Cardiovascular changes: Recent studies suggest evidence of a link between low- to moderate-dose radiation exposure and cardiovascular changes, despite personal protective wear.5
Reproductive health effects: For males, ionizing radiation has demonstrated a reduction in sperm.9 Additionally, cath lab staff members who may become pregnant while working in the cath lab must also take into consideration the effects that ionizing radiation can have on the developing fetus.
Additionally, there are orthopedic-related consequences from the heavy weight of lead gear worn by interventional cardiologists. The repeated standing and leaning over patients during procedures is fatiguing and commonly leads to chronic orthopedic conditions. A 2006 survey conducted by the Society for Cardiovascular Angiography and Interventions (SCAI) disclosed that interventional cardiologists suffer from a disproportionate amount of back, hip, and knee injuries leading to a significant amount of missed workdays.10 The weight of the personal protective gear is fatiguing, and a physician who is fatigued or experiencing discomfort may be more likely to be distracted or rush through a procedure.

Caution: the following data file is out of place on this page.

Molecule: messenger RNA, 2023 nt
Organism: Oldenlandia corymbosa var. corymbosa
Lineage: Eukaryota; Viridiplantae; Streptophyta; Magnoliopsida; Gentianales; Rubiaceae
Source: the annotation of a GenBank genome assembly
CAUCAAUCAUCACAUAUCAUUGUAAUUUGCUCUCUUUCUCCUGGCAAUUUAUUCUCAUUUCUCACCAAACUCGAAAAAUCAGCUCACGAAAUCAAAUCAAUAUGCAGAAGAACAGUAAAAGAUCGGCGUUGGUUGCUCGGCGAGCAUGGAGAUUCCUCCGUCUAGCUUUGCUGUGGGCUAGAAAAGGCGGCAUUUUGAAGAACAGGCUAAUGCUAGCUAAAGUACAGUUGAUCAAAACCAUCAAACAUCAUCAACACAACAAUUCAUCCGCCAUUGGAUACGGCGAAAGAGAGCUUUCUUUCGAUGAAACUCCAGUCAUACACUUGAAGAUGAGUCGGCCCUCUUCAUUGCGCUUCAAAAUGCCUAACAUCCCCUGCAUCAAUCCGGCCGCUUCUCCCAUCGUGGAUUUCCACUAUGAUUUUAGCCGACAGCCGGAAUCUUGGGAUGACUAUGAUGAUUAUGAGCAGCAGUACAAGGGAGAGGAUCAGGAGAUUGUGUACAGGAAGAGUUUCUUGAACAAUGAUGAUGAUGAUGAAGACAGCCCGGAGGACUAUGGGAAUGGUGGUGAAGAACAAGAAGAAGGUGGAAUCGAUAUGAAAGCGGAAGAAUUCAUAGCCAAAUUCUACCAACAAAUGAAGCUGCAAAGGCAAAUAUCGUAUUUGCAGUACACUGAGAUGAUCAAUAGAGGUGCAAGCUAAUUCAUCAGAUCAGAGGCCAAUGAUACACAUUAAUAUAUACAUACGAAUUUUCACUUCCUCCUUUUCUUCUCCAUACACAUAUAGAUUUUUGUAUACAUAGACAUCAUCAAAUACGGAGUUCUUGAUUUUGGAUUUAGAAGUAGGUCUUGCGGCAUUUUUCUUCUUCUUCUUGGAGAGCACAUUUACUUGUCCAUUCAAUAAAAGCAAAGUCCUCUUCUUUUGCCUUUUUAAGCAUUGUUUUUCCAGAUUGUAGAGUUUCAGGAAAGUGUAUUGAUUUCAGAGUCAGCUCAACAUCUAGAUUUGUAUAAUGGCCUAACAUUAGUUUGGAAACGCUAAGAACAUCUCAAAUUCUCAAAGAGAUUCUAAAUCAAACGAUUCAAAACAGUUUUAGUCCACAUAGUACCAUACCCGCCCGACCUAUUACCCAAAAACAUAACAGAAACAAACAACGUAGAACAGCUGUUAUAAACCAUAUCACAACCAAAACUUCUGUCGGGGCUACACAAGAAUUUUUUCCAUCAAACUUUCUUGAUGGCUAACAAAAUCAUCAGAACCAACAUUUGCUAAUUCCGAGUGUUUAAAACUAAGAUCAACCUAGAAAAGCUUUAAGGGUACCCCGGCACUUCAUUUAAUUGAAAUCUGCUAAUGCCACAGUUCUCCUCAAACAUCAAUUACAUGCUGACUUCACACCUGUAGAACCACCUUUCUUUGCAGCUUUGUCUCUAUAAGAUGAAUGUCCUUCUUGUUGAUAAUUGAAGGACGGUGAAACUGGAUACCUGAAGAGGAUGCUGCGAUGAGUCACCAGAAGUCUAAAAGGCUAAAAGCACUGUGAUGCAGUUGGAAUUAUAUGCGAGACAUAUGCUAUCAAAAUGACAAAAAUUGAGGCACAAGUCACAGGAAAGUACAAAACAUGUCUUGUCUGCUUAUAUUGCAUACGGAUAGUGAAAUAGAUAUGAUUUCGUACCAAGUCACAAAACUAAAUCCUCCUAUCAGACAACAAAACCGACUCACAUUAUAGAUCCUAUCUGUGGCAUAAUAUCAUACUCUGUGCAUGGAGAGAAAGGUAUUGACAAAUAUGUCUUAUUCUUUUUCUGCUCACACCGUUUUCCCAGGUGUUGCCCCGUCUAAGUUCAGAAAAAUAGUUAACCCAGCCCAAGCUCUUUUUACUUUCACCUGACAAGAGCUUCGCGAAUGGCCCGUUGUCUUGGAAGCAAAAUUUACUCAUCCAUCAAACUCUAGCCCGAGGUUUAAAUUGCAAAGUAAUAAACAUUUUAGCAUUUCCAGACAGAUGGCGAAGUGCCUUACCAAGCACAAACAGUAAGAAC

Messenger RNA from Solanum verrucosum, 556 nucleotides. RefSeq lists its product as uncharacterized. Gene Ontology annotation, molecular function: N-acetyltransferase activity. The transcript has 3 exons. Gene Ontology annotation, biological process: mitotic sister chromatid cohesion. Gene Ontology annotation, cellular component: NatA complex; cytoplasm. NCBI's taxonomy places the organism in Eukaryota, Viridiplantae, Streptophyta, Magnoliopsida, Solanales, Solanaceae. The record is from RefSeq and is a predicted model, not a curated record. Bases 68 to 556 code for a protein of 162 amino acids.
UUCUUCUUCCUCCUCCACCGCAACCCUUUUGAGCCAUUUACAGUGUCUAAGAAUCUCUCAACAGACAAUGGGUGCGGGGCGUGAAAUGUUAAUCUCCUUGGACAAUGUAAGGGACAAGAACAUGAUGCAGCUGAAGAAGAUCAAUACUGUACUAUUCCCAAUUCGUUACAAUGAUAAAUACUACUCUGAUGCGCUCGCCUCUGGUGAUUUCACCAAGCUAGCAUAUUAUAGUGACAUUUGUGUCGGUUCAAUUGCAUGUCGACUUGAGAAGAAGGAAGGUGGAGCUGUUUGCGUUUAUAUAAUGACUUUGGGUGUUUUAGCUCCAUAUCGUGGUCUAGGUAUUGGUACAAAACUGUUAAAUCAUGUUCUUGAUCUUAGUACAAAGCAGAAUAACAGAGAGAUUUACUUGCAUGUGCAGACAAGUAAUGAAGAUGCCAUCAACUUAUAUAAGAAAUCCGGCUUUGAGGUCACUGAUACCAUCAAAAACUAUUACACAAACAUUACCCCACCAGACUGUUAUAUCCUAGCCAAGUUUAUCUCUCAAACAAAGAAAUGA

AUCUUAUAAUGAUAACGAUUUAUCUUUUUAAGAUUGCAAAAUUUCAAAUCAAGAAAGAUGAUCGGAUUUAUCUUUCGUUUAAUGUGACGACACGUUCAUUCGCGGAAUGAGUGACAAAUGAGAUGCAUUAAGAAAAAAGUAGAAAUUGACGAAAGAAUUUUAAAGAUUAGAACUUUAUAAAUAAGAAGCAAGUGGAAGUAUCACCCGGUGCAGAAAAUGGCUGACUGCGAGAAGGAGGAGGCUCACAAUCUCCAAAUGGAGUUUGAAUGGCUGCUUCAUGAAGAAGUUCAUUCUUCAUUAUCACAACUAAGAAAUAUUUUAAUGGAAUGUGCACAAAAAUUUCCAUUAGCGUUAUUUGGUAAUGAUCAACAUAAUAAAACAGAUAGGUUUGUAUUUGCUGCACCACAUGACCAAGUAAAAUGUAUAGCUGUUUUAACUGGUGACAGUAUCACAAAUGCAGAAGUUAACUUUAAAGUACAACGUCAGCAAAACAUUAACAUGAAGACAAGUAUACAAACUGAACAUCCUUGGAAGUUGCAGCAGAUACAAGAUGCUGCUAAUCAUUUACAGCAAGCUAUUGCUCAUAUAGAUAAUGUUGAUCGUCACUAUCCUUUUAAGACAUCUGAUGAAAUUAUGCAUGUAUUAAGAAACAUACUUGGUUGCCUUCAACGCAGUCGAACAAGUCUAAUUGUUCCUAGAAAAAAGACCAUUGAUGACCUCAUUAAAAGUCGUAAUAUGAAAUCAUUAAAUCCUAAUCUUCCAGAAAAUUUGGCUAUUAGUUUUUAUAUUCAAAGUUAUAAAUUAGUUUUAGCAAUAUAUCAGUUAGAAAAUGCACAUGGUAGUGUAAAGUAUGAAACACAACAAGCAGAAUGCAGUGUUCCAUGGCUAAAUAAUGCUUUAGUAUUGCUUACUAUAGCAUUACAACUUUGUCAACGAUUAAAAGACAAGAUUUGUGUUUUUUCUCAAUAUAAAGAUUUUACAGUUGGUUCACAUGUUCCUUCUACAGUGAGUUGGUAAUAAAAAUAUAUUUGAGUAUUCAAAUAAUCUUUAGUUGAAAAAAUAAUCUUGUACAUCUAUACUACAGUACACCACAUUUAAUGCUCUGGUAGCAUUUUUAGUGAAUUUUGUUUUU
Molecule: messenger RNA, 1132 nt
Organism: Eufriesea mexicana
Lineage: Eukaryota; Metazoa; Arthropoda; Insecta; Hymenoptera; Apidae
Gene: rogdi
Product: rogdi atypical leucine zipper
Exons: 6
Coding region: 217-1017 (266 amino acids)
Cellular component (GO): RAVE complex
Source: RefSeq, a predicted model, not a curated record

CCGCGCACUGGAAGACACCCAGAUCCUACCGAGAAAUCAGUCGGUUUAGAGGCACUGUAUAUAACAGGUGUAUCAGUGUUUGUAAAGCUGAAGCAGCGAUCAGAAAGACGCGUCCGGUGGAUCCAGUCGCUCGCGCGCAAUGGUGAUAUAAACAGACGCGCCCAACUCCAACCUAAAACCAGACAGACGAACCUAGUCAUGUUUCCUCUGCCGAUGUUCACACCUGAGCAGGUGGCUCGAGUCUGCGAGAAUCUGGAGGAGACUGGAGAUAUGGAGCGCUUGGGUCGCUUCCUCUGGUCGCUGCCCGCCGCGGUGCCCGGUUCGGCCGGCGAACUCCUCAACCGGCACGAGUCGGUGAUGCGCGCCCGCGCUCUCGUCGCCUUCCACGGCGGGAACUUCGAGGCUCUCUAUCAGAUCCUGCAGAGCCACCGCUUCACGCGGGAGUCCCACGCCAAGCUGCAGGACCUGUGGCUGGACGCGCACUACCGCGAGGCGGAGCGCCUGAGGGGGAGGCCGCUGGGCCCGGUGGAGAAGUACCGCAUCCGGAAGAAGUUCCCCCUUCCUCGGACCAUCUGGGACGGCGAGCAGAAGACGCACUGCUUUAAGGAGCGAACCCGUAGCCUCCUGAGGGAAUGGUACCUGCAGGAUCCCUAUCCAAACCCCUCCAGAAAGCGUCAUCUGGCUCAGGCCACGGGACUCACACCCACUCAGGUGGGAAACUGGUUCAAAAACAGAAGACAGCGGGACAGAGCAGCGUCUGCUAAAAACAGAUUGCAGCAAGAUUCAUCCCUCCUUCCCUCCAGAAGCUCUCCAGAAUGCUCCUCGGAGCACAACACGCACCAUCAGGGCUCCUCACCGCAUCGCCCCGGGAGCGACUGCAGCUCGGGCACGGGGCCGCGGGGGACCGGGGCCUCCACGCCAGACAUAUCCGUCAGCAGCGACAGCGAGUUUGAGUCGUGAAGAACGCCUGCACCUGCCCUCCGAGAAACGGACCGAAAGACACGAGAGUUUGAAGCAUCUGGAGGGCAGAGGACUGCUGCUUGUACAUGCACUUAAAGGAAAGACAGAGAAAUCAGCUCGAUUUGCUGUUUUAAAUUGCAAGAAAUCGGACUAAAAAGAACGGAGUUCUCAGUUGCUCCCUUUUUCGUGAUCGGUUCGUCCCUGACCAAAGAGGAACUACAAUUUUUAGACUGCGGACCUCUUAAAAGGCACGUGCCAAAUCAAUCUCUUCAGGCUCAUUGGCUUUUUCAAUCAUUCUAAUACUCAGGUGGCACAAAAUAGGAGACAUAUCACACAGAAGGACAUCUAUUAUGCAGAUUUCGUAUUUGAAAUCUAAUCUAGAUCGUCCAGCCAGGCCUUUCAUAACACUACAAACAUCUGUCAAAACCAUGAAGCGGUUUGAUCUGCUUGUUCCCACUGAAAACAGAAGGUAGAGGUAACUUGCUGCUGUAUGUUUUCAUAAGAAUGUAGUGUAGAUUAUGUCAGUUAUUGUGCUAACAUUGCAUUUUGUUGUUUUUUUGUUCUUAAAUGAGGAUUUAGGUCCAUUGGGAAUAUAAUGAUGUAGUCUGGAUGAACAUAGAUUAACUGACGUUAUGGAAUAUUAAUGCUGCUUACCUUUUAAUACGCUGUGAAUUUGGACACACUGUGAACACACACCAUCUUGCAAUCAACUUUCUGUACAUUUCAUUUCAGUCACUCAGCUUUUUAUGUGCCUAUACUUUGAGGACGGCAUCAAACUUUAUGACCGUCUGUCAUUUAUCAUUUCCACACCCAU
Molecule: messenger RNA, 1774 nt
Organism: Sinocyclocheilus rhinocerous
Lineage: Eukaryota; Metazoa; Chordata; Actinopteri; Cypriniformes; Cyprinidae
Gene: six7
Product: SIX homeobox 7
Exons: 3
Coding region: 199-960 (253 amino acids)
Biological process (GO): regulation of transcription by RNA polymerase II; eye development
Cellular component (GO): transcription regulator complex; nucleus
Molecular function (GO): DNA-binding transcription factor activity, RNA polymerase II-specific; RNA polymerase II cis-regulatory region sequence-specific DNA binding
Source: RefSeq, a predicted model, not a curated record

Protecting the health of cath lab employees
There are two traditional techniques used to reduce radiation exposure. One is lead-based shielding, and the second is increasing the distance between the operator and the radiation source.
A relatively new approach to shielding includes devices that support lead aprons that hang from a boom, rather than being worn by clinicians. These hanging aprons provide effective radiation protection with a greater quantity of lead than is traditionally worn by operators. Since the operator is not physically supporting the lead, these devices have the potential to reduce orthopedic injuries and reduce overall operator fatigue.